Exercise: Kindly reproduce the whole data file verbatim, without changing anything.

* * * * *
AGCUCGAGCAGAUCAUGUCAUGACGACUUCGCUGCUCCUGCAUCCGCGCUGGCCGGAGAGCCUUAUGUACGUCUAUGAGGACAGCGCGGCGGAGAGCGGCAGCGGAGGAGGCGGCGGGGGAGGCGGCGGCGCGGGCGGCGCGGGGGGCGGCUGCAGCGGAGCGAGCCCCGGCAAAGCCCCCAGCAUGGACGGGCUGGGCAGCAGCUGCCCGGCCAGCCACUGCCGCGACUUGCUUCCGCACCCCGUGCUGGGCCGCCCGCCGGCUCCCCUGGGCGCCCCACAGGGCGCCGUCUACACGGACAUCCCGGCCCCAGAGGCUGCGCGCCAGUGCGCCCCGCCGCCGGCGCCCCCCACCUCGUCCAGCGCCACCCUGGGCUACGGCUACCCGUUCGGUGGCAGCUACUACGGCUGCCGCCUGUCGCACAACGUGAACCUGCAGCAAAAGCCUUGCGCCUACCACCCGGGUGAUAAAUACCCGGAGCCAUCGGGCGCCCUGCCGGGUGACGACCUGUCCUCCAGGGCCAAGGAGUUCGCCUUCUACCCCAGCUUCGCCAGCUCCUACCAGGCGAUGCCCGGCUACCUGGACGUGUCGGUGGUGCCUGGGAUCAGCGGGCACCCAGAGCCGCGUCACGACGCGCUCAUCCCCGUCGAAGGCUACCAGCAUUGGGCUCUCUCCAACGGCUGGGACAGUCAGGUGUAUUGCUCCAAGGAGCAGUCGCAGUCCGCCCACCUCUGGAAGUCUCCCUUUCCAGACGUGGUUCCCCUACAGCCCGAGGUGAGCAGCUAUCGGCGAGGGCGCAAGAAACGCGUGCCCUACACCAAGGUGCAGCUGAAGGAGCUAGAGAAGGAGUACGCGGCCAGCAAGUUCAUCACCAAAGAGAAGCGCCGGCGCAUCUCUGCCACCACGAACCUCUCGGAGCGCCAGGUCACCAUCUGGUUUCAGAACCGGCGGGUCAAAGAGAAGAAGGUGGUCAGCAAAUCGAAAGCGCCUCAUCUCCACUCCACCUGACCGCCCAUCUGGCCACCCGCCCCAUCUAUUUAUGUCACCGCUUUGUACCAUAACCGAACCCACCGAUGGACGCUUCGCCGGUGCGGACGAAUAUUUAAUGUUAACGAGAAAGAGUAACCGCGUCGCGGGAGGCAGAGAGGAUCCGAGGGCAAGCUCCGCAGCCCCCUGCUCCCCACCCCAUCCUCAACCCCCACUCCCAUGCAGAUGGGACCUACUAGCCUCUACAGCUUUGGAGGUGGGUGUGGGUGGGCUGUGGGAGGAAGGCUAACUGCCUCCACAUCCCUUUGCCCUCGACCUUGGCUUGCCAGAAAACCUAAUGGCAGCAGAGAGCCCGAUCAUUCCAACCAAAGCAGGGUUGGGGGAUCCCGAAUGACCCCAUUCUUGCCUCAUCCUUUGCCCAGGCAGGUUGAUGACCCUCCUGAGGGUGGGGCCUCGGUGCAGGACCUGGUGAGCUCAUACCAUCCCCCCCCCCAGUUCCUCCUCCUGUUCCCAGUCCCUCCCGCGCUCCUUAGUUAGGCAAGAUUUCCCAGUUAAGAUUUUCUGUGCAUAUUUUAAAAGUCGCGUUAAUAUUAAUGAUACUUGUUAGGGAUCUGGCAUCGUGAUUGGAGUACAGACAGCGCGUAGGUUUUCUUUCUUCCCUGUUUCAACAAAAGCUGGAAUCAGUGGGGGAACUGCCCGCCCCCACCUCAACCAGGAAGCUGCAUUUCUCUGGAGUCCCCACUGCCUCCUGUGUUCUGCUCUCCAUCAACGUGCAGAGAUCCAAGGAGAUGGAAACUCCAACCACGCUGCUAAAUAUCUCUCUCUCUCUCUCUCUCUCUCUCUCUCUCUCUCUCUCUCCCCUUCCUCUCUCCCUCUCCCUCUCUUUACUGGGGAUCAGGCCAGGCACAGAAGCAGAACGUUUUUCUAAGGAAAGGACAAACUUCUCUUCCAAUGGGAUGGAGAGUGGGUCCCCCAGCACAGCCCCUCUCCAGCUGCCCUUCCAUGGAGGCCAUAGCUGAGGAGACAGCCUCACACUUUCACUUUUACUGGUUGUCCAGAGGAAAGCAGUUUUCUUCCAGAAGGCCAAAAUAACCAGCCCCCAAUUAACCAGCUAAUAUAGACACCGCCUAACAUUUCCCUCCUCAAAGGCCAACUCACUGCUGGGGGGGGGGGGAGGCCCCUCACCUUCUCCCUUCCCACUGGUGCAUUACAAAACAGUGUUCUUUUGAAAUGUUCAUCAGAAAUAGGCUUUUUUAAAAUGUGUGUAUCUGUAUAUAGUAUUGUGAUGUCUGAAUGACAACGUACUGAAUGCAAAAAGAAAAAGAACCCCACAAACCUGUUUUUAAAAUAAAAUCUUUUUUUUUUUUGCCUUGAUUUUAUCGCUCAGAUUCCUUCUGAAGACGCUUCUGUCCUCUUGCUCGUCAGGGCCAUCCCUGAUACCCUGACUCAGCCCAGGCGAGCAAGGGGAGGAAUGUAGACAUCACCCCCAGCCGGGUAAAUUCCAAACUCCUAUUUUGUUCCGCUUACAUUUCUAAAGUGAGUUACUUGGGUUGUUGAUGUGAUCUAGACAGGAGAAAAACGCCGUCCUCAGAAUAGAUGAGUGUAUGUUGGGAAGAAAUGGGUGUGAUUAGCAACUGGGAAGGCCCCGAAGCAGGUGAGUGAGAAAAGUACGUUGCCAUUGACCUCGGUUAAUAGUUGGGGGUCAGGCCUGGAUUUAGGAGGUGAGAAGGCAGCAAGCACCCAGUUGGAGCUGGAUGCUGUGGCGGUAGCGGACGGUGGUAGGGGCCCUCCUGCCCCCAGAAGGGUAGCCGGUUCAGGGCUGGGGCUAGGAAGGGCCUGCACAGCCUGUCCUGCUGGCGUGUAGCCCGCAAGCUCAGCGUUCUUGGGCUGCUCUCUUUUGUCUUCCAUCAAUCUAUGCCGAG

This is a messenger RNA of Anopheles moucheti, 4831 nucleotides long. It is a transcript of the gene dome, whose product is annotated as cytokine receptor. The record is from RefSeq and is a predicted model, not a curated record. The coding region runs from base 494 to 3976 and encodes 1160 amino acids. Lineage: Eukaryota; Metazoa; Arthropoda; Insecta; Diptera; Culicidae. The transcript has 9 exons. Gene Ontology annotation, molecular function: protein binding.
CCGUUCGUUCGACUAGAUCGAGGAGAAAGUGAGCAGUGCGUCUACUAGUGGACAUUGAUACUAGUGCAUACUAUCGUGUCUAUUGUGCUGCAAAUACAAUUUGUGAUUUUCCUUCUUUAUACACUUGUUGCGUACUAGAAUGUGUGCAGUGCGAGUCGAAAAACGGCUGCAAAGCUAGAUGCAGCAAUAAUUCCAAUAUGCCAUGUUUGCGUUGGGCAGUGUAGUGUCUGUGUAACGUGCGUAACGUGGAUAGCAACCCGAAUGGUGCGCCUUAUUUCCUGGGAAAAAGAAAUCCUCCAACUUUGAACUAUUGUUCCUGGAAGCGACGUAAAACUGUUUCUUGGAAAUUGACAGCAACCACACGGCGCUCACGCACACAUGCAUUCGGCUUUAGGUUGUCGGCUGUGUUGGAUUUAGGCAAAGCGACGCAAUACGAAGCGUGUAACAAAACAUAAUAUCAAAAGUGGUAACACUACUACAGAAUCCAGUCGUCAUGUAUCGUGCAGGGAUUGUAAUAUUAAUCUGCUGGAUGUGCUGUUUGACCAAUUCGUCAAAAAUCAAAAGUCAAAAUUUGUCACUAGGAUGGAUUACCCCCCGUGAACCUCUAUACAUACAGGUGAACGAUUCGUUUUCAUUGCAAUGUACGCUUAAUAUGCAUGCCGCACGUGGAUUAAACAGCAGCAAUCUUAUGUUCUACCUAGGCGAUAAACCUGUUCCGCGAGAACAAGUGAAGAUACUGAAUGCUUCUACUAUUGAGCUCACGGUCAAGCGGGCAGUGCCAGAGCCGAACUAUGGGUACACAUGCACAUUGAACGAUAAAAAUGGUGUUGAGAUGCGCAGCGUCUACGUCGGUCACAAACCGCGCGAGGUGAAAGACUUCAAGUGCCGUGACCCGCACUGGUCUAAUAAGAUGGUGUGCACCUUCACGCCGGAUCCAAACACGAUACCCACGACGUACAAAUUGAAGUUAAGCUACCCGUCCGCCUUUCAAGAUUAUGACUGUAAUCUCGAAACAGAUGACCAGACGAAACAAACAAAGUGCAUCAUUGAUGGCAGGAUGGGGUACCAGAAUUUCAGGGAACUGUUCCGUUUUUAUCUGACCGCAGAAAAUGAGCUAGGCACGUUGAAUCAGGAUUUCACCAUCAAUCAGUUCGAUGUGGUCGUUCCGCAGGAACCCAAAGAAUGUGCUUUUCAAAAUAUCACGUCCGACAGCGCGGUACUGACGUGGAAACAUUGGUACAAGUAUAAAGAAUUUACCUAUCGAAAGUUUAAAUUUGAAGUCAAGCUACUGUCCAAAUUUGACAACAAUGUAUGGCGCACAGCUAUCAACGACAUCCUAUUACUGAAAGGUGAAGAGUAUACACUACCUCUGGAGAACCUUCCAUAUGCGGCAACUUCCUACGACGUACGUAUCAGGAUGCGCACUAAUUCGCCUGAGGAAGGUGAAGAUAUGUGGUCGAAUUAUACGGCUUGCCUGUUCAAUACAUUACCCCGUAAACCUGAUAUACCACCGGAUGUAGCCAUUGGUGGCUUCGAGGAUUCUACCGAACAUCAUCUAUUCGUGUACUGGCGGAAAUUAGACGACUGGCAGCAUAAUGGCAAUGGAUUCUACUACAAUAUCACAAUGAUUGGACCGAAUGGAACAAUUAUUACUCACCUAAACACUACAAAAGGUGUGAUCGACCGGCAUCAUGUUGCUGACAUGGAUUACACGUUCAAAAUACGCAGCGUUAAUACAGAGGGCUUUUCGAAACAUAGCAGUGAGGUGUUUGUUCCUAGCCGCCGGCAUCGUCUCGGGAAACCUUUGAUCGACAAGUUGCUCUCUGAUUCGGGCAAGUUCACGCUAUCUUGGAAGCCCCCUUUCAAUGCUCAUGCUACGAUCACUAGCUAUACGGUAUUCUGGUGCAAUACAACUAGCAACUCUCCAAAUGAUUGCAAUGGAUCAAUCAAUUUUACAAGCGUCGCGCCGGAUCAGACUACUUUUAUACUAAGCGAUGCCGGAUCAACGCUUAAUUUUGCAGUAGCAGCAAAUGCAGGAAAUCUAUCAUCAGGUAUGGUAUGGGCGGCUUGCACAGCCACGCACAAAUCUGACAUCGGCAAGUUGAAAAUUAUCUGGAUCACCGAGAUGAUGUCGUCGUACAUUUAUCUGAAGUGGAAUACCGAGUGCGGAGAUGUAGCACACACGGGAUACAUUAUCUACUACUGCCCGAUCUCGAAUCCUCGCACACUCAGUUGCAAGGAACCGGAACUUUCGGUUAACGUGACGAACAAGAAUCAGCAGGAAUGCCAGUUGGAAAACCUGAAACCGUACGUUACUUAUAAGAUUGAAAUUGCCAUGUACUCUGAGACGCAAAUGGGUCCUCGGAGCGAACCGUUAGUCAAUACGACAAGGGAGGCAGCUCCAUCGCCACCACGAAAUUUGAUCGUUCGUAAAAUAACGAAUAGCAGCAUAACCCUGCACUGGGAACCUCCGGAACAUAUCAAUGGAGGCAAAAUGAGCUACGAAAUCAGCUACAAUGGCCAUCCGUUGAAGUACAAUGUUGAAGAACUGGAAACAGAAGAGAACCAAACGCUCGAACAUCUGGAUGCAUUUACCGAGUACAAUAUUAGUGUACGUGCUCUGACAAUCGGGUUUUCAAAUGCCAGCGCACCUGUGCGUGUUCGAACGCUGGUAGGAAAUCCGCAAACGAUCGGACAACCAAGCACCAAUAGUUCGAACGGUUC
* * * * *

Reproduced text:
AGCUCGAGCAGAUCAUGUCAUGACGACUUCGCUGCUCCUGCAUCCGCGCUGGCCGGAGAGCCUUAUGUACGUCUAUGAGGACAGCGCGGCGGAGAGCGGCAGCGGAGGAGGCGGCGGGGGAGGCGGCGGCGCGGGCGGCGCGGGGGGCGGCUGCAGCGGAGCGAGCCCCGGCAAAGCCCCCAGCAUGGACGGGCUGGGCAGCAGCUGCCCGGCCAGCCACUGCCGCGACUUGCUUCCGCACCCCGUGCUGGGCCGCCCGCCGGCUCCCCUGGGCGCCCCACAGGGCGCCGUCUACACGGACAUCCCGGCCCCAGAGGCUGCGCGCCAGUGCGCCCCGCCGCCGGCGCCCCCCACCUCGUCCAGCGCCACCCUGGGCUACGGCUACCCGUUCGGUGGCAGCUACUACGGCUGCCGCCUGUCGCACAACGUGAACCUGCAGCAAAAGCCUUGCGCCUACCACCCGGGUGAUAAAUACCCGGAGCCAUCGGGCGCCCUGCCGGGUGACGACCUGUCCUCCAGGGCCAAGGAGUUCGCCUUCUACCCCAGCUUCGCCAGCUCCUACCAGGCGAUGCCCGGCUACCUGGACGUGUCGGUGGUGCCUGGGAUCAGCGGGCACCCAGAGCCGCGUCACGACGCGCUCAUCCCCGUCGAAGGCUACCAGCAUUGGGCUCUCUCCAACGGCUGGGACAGUCAGGUGUAUUGCUCCAAGGAGCAGUCGCAGUCCGCCCACCUCUGGAAGUCUCCCUUUCCAGACGUGGUUCCCCUACAGCCCGAGGUGAGCAGCUAUCGGCGAGGGCGCAAGAAACGCGUGCCCUACACCAAGGUGCAGCUGAAGGAGCUAGAGAAGGAGUACGCGGCCAGCAAGUUCAUCACCAAAGAGAAGCGCCGGCGCAUCUCUGCCACCACGAACCUCUCGGAGCGCCAGGUCACCAUCUGGUUUCAGAACCGGCGGGUCAAAGAGAAGAAGGUGGUCAGCAAAUCGAAAGCGCCUCAUCUCCACUCCACCUGACCGCCCAUCUGGCCACCCGCCCCAUCUAUUUAUGUCACCGCUUUGUACCAUAACCGAACCCACCGAUGGACGCUUCGCCGGUGCGGACGAAUAUUUAAUGUUAACGAGAAAGAGUAACCGCGUCGCGGGAGGCAGAGAGGAUCCGAGGGCAAGCUCCGCAGCCCCCUGCUCCCCACCCCAUCCUCAACCCCCACUCCCAUGCAGAUGGGACCUACUAGCCUCUACAGCUUUGGAGGUGGGUGUGGGUGGGCUGUGGGAGGAAGGCUAACUGCCUCCACAUCCCUUUGCCCUCGACCUUGGCUUGCCAGAAAACCUAAUGGCAGCAGAGAGCCCGAUCAUUCCAACCAAAGCAGGGUUGGGGGAUCCCGAAUGACCCCAUUCUUGCCUCAUCCUUUGCCCAGGCAGGUUGAUGACCCUCCUGAGGGUGGGGCCUCGGUGCAGGACCUGGUGAGCUCAUACCAUCCCCCCCCCCAGUUCCUCCUCCUGUUCCCAGUCCCUCCCGCGCUCCUUAGUUAGGCAAGAUUUCCCAGUUAAGAUUUUCUGUGCAUAUUUUAAAAGUCGCGUUAAUAUUAAUGAUACUUGUUAGGGAUCUGGCAUCGUGAUUGGAGUACAGACAGCGCGUAGGUUUUCUUUCUUCCCUGUUUCAACAAAAGCUGGAAUCAGUGGGGGAACUGCCCGCCCCCACCUCAACCAGGAAGCUGCAUUUCUCUGGAGUCCCCACUGCCUCCUGUGUUCUGCUCUCCAUCAACGUGCAGAGAUCCAAGGAGAUGGAAACUCCAACCACGCUGCUAAAUAUCUCUCUCUCUCUCUCUCUCUCUCUCUCUCUCUCUCUCUCUCCCCUUCCUCUCUCCCUCUCCCUCUCUUUACUGGGGAUCAGGCCAGGCACAGAAGCAGAACGUUUUUCUAAGGAAAGGACAAACUUCUCUUCCAAUGGGAUGGAGAGUGGGUCCCCCAGCACAGCCCCUCUCCAGCUGCCCUUCCAUGGAGGCCAUAGCUGAGGAGACAGCCUCACACUUUCACUUUUACUGGUUGUCCAGAGGAAAGCAGUUUUCUUCCAGAAGGCCAAAAUAACCAGCCCCCAAUUAACCAGCUAAUAUAGACACCGCCUAACAUUUCCCUCCUCAAAGGCCAACUCACUGCUGGGGGGGGGGGGAGGCCCCUCACCUUCUCCCUUCCCACUGGUGCAUUACAAAACAGUGUUCUUUUGAAAUGUUCAUCAGAAAUAGGCUUUUUUAAAAUGUGUGUAUCUGUAUAUAGUAUUGUGAUGUCUGAAUGACAACGUACUGAAUGCAAAAAGAAAAAGAACCCCACAAACCUGUUUUUAAAAUAAAAUCUUUUUUUUUUUUGCCUUGAUUUUAUCGCUCAGAUUCCUUCUGAAGACGCUUCUGUCCUCUUGCUCGUCAGGGCCAUCCCUGAUACCCUGACUCAGCCCAGGCGAGCAAGGGGAGGAAUGUAGACAUCACCCCCAGCCGGGUAAAUUCCAAACUCCUAUUUUGUUCCGCUUACAUUUCUAAAGUGAGUUACUUGGGUUGUUGAUGUGAUCUAGACAGGAGAAAAACGCCGUCCUCAGAAUAGAUGAGUGUAUGUUGGGAAGAAAUGGGUGUGAUUAGCAACUGGGAAGGCCCCGAAGCAGGUGAGUGAGAAAAGUACGUUGCCAUUGACCUCGGUUAAUAGUUGGGGGUCAGGCCUGGAUUUAGGAGGUGAGAAGGCAGCAAGCACCCAGUUGGAGCUGGAUGCUGUGGCGGUAGCGGACGGUGGUAGGGGCCCUCCUGCCCCCAGAAGGGUAGCCGGUUCAGGGCUGGGGCUAGGAAGGGCCUGCACAGCCUGUCCUGCUGGCGUGUAGCCCGCAAGCUCAGCGUUCUUGGGCUGCUCUCUUUUGUCUUCCAUCAAUCUAUGCCGAG

This is a messenger RNA of Anopheles moucheti, 4831 nucleotides long. It is a transcript of the gene dome, whose product is annotated as cytokine receptor. The record is from RefSeq and is a predicted model, not a curated record. The coding region runs from base 494 to 3976 and encodes 1160 amino acids. Lineage: Eukaryota; Metazoa; Arthropoda; Insecta; Diptera; Culicidae. The transcript has 9 exons. Gene Ontology annotation, molecular function: protein binding.
CCGUUCGUUCGACUAGAUCGAGGAGAAAGUGAGCAGUGCGUCUACUAGUGGACAUUGAUACUAGUGCAUACUAUCGUGUCUAUUGUGCUGCAAAUACAAUUUGUGAUUUUCCUUCUUUAUACACUUGUUGCGUACUAGAAUGUGUGCAGUGCGAGUCGAAAAACGGCUGCAAAGCUAGAUGCAGCAAUAAUUCCAAUAUGCCAUGUUUGCGUUGGGCAGUGUAGUGUCUGUGUAACGUGCGUAACGUGGAUAGCAACCCGAAUGGUGCGCCUUAUUUCCUGGGAAAAAGAAAUCCUCCAACUUUGAACUAUUGUUCCUGGAAGCGACGUAAAACUGUUUCUUGGAAAUUGACAGCAACCACACGGCGCUCACGCACACAUGCAUUCGGCUUUAGGUUGUCGGCUGUGUUGGAUUUAGGCAAAGCGACGCAAUACGAAGCGUGUAACAAAACAUAAUAUCAAAAGUGGUAACACUACUACAGAAUCCAGUCGUCAUGUAUCGUGCAGGGAUUGUAAUAUUAAUCUGCUGGAUGUGCUGUUUGACCAAUUCGUCAAAAAUCAAAAGUCAAAAUUUGUCACUAGGAUGGAUUACCCCCCGUGAACCUCUAUACAUACAGGUGAACGAUUCGUUUUCAUUGCAAUGUACGCUUAAUAUGCAUGCCGCACGUGGAUUAAACAGCAGCAAUCUUAUGUUCUACCUAGGCGAUAAACCUGUUCCGCGAGAACAAGUGAAGAUACUGAAUGCUUCUACUAUUGAGCUCACGGUCAAGCGGGCAGUGCCAGAGCCGAACUAUGGGUACACAUGCACAUUGAACGAUAAAAAUGGUGUUGAGAUGCGCAGCGUCUACGUCGGUCACAAACCGCGCGAGGUGAAAGACUUCAAGUGCCGUGACCCGCACUGGUCUAAUAAGAUGGUGUGCACCUUCACGCCGGAUCCAAACACGAUACCCACGACGUACAAAUUGAAGUUAAGCUACCCGUCCGCCUUUCAAGAUUAUGACUGUAAUCUCGAAACAGAUGACCAGACGAAACAAACAAAGUGCAUCAUUGAUGGCAGGAUGGGGUACCAGAAUUUCAGGGAACUGUUCCGUUUUUAUCUGACCGCAGAAAAUGAGCUAGGCACGUUGAAUCAGGAUUUCACCAUCAAUCAGUUCGAUGUGGUCGUUCCGCAGGAACCCAAAGAAUGUGCUUUUCAAAAUAUCACGUCCGACAGCGCGGUACUGACGUGGAAACAUUGGUACAAGUAUAAAGAAUUUACCUAUCGAAAGUUUAAAUUUGAAGUCAAGCUACUGUCCAAAUUUGACAACAAUGUAUGGCGCACAGCUAUCAACGACAUCCUAUUACUGAAAGGUGAAGAGUAUACACUACCUCUGGAGAACCUUCCAUAUGCGGCAACUUCCUACGACGUACGUAUCAGGAUGCGCACUAAUUCGCCUGAGGAAGGUGAAGAUAUGUGGUCGAAUUAUACGGCUUGCCUGUUCAAUACAUUACCCCGUAAACCUGAUAUACCACCGGAUGUAGCCAUUGGUGGCUUCGAGGAUUCUACCGAACAUCAUCUAUUCGUGUACUGGCGGAAAUUAGACGACUGGCAGCAUAAUGGCAAUGGAUUCUACUACAAUAUCACAAUGAUUGGACCGAAUGGAACAAUUAUUACUCACCUAAACACUACAAAAGGUGUGAUCGACCGGCAUCAUGUUGCUGACAUGGAUUACACGUUCAAAAUACGCAGCGUUAAUACAGAGGGCUUUUCGAAACAUAGCAGUGAGGUGUUUGUUCCUAGCCGCCGGCAUCGUCUCGGGAAACCUUUGAUCGACAAGUUGCUCUCUGAUUCGGGCAAGUUCACGCUAUCUUGGAAGCCCCCUUUCAAUGCUCAUGCUACGAUCACUAGCUAUACGGUAUUCUGGUGCAAUACAACUAGCAACUCUCCAAAUGAUUGCAAUGGAUCAAUCAAUUUUACAAGCGUCGCGCCGGAUCAGACUACUUUUAUACUAAGCGAUGCCGGAUCAACGCUUAAUUUUGCAGUAGCAGCAAAUGCAGGAAAUCUAUCAUCAGGUAUGGUAUGGGCGGCUUGCACAGCCACGCACAAAUCUGACAUCGGCAAGUUGAAAAUUAUCUGGAUCACCGAGAUGAUGUCGUCGUACAUUUAUCUGAAGUGGAAUACCGAGUGCGGAGAUGUAGCACACACGGGAUACAUUAUCUACUACUGCCCGAUCUCGAAUCCUCGCACACUCAGUUGCAAGGAACCGGAACUUUCGGUUAACGUGACGAACAAGAAUCAGCAGGAAUGCCAGUUGGAAAACCUGAAACCGUACGUUACUUAUAAGAUUGAAAUUGCCAUGUACUCUGAGACGCAAAUGGGUCCUCGGAGCGAACCGUUAGUCAAUACGACAAGGGAGGCAGCUCCAUCGCCACCACGAAAUUUGAUCGUUCGUAAAAUAACGAAUAGCAGCAUAACCCUGCACUGGGAACCUCCGGAACAUAUCAAUGGAGGCAAAAUGAGCUACGAAAUCAGCUACAAUGGCCAUCCGUUGAAGUACAAUGUUGAAGAACUGGAAACAGAAGAGAACCAAACGCUCGAACAUCUGGAUGCAUUUACCGAGUACAAUAUUAGUGUACGUGCUCUGACAAUCGGGUUUUCAAAUGCCAGCGCACCUGUGCGUGUUCGAACGCUGGUAGGAAAUCCGCAAACGAUCGGACAACCAAGCACCAAUAGUUCGAACGGUUC